Bedfordshire Constabulary. Formed 1840, renamed Bedfordshire Police in 1974.The surviving records are generally more comprehensive than those of the Bedford Borough force and are mostly to be found in the Quarter Sessions archive. Deeds and other papers of police stations are held (Ref: Class QEE) as well as returns of police pay (Ref: class QEF), records of criminal offences (Ref: class QER) and various administrative records (Ref: class QEV). Other records are held on microfiche (Micf 79).
Tracing the service records of individual officers is not particularly straightforward as the survival rate of records is patchy. It is also important to realise that access to more recent records may be restricted under data protection legislation. There are comprehensive service records for the years 1840-1871 (Ref: QES8-9) contained in two volumes which give details of appointments, promotions and transfers, together with punishments for indiscipline. Many officers, particularly in the early years, served for only a short time before being dismissed or resigning through misconduct. Drunkenness on duty was a particular problem, but sometimes constables were disciplined for more colourful offences. In April 1840 three of them were fined ten shillings each for playing cricket at Potton Fair. Other subsidiary records include police pay sheets 1841-1844 (Ref: QEE2-5) and lists of men compiled by division and station, 1840-1875 (Refs: QES1-3).
For the period 1875 to 1925 the records of individual officers are not particular good. The Quarter Sessions minutes (Ref: QSM series) are indexed for officers discharged to pension c1840-1888. In 1889 Quarter Sessions combined with the new County Council to form a Standing Joint Committee (SJ catalogue) which in turn was superseded by the Bedfordshire and Luton Police Authority in 1966 (PO catalogue). The records follow a similar format over the years - minutes, reports and papers detailing the work and administration of the Police, with some details of police appointments and pensioners.
In the 1920s the records of individual officers became more comprehensive. We have a record of service book, 1927-1940, on microfiche (Ref: Micf 79), and a nominal roll of the force compiled c.1955 which give some career details back to 1919 (Ref: QEV14/1). Further reading: Bedfordshire Police, 1840-1990, by A.F. Richer (searchroom library classmark 152).
Dunstable Borough Police, 1865-1889
Dunstable Borough Police was formed in 1865 - shortly after the town became an incorporated borough. This tiny force, numbering only two or three men, was reabsorbed by Bedfordshire Police when the Local Government Act of 1888 abolished independent police forces in towns with a population of less than 10,000. Perhaps not surprisingly, few records survive, although we do have microfiche of occurrence and charge books, with details of crimes committed in the Borough and dealt with by the Police (Ref: Micf 79).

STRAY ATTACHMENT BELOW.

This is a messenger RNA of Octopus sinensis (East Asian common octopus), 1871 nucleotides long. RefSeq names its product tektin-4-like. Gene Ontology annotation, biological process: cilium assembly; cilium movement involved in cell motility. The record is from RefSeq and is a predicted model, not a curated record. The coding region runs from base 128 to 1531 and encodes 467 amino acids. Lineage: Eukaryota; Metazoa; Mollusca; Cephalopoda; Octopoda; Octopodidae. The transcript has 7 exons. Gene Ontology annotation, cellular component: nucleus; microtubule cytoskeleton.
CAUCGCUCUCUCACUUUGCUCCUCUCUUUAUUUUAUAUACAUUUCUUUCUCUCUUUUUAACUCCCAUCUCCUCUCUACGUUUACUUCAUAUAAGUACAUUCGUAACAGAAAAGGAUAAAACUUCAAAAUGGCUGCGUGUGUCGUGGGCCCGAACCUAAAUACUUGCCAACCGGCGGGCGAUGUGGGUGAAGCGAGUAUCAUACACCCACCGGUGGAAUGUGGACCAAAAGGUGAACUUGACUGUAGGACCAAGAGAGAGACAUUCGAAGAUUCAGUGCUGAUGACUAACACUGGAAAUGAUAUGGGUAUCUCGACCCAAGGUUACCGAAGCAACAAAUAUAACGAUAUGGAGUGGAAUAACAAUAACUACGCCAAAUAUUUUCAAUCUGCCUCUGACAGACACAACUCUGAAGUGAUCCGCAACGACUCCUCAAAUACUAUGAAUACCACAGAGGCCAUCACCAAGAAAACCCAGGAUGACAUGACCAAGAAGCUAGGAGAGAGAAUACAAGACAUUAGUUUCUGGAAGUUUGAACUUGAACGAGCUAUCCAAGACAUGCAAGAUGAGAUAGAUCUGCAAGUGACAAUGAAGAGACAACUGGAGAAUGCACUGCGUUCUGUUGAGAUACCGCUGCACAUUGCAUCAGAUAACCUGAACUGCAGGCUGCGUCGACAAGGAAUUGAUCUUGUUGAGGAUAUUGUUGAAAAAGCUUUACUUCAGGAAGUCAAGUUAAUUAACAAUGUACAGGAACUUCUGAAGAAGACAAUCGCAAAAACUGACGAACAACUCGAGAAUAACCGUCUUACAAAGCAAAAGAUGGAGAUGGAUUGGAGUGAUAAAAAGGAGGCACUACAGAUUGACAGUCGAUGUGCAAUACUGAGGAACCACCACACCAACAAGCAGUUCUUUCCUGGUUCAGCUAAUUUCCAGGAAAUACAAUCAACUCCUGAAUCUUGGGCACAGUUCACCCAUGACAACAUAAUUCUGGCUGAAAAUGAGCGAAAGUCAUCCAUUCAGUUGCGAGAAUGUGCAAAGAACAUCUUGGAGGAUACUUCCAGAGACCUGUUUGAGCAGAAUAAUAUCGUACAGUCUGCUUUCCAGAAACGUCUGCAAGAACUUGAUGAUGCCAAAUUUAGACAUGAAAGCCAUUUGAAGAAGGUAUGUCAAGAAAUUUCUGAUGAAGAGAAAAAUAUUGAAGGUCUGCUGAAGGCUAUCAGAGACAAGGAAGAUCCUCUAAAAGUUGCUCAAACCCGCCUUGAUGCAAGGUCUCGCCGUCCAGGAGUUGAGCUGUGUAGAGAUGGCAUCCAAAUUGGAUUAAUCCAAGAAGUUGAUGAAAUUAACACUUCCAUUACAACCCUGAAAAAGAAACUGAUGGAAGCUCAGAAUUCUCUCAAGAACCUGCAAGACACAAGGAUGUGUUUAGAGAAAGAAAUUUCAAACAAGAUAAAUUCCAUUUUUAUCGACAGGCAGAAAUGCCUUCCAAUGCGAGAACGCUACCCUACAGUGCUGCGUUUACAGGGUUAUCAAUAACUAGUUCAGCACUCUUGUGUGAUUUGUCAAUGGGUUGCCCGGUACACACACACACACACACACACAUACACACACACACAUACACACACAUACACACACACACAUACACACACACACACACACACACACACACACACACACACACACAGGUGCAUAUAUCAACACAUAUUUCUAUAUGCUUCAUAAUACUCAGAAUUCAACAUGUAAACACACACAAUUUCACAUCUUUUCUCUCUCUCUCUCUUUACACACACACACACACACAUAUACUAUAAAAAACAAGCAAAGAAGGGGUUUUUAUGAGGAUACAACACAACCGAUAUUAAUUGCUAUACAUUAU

The early Dunstable Borough minute books (BORDM2 series) contain occasional references to the police, while the files of borough vouchers, 1865-1877 (Ref: BORDF4) contain receipts for police pay. Further reading: Dunstable Borough Police, 1865-1889 by B. Child and T. Madigan, in the Bedfordshire Magazine, vol.24, no.186, Autumn 1993, p.57.
Luton Borough Police, 1876-1947, and Luton County Borough Police Force, 1964-1966
The Luton Borough force was formed in 1876 when the town became an incorporated borough and survived until 1947 when it was absorbed by Bedfordshire Constabulary under the 1946 Police Act. The Force was briefly revived when Luton became a County Borough in 1964 but only lasted two years before being re-absorbed by the Bedfordshire Constabulary.
There are comparatively few records relating to the history of Luton Borough Police. We have a microfiche of a police conduct book which includes photographs, c1894-1913 (Ref: Micf 79) and a sickness record book for 1937-1944 (Ref: QEV19). Apart from these two sources, most information on the running of the force is to be found in the indexed minute books of Luton Borough (class: BorLM) but our set only starts in 1908. However, a detailed history of the force The Men who wore straw Helmets: Policing Luton, 1840-1974, has been written by T.J. Madigan. This volume includes a useful roll of all members of the Force who served between 1876 and 1947 (pp.187-196).
No survey of police records would be complete without mentioning the records of the special constables. As I mentioned earlier special constables were used against agricultural rioters in 1830, particularly in the Stotfold area (Ref: L30/18/27, 44) but "specials" do not seem to have been used again until the First World War. The records and rolls of the wartime "specials" are in the papers of the County Council Emergency Committee (class WW1/EC5). There are no corresponding records for the Second World War, but occasional lists of "specials" receiving awards appear in the Bedfordshire Times in 1946.